To understand what an hreflang attribute is, one must know the definition of attribute first. All HTML elements can have attributes. They provide additional information about an element and are always specified at the start tag and usually come in name/value pairs like name=’value.’
An hreflang attribute is an HTML tag that tells search engines what your target language is. This way, users who are searching in that language can find more accurate results. Other names for it are rel=’alternate’ or hreflang=’x.’
Where do I write this tag?
The attribute can be applied in one of three ways: on the sitemap, in the HTML <header> of the page, or the HTTP header.
Here’s an example. In order to write the attribute on the HTML header section of the page, you must use the rel=’alternate’ or hreflang=’x’ commands. It would look something like this:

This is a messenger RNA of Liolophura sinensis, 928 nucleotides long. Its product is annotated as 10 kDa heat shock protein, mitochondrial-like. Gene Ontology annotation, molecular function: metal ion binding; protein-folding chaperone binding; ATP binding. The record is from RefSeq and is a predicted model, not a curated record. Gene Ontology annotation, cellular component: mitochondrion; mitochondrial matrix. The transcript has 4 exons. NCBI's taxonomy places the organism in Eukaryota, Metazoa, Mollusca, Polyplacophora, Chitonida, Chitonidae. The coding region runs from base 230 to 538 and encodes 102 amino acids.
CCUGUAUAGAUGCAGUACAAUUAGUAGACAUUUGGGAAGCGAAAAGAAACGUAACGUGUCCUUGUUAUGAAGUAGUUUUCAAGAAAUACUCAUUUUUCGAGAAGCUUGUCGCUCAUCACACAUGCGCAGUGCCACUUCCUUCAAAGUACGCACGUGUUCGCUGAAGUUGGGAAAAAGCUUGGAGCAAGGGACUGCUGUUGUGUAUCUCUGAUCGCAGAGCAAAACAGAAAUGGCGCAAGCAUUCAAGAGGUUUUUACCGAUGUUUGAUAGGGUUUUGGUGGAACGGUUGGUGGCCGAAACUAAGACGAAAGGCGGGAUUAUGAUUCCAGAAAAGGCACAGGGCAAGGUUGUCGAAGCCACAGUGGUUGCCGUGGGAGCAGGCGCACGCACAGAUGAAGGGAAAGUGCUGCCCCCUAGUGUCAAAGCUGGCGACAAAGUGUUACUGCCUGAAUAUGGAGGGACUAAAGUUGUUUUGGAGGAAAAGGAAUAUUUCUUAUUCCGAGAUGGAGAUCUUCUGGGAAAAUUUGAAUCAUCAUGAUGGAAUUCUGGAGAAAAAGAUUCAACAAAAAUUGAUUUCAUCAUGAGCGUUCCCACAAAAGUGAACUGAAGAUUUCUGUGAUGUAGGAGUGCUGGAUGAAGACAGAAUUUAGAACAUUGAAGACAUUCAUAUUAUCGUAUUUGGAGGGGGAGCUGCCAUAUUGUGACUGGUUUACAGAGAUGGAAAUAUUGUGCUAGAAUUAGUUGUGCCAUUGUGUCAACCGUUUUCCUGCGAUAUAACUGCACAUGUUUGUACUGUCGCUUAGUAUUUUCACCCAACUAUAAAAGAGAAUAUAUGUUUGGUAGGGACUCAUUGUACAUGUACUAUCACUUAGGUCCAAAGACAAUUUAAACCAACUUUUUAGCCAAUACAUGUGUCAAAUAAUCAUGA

rel=”alternate”, href=”(URL here)”, hreflang=”x”
rel=“alternate” lets search engines know there is an alternative version of a page.
href=”(url here)” tells them where that page is located.
hreflang=”x” specifies the language of the page and country. “x” would be where the language and the ISO country code goes.
You can obtain the different endings of the attribute by consulting the ISO Language and Region Codes, ‘de’ for Germany, ‘es’ for Spain, and so on.
This attribute is handy when you want to change your website’s language or want to publish content for a local audience. For example, if your site is in English, but you have created content for a Spanish speaking audience, then adding the hreflang=es to the HTML code should do the trick. This ensures people from Spanish speaking countries can see your content in their desired language.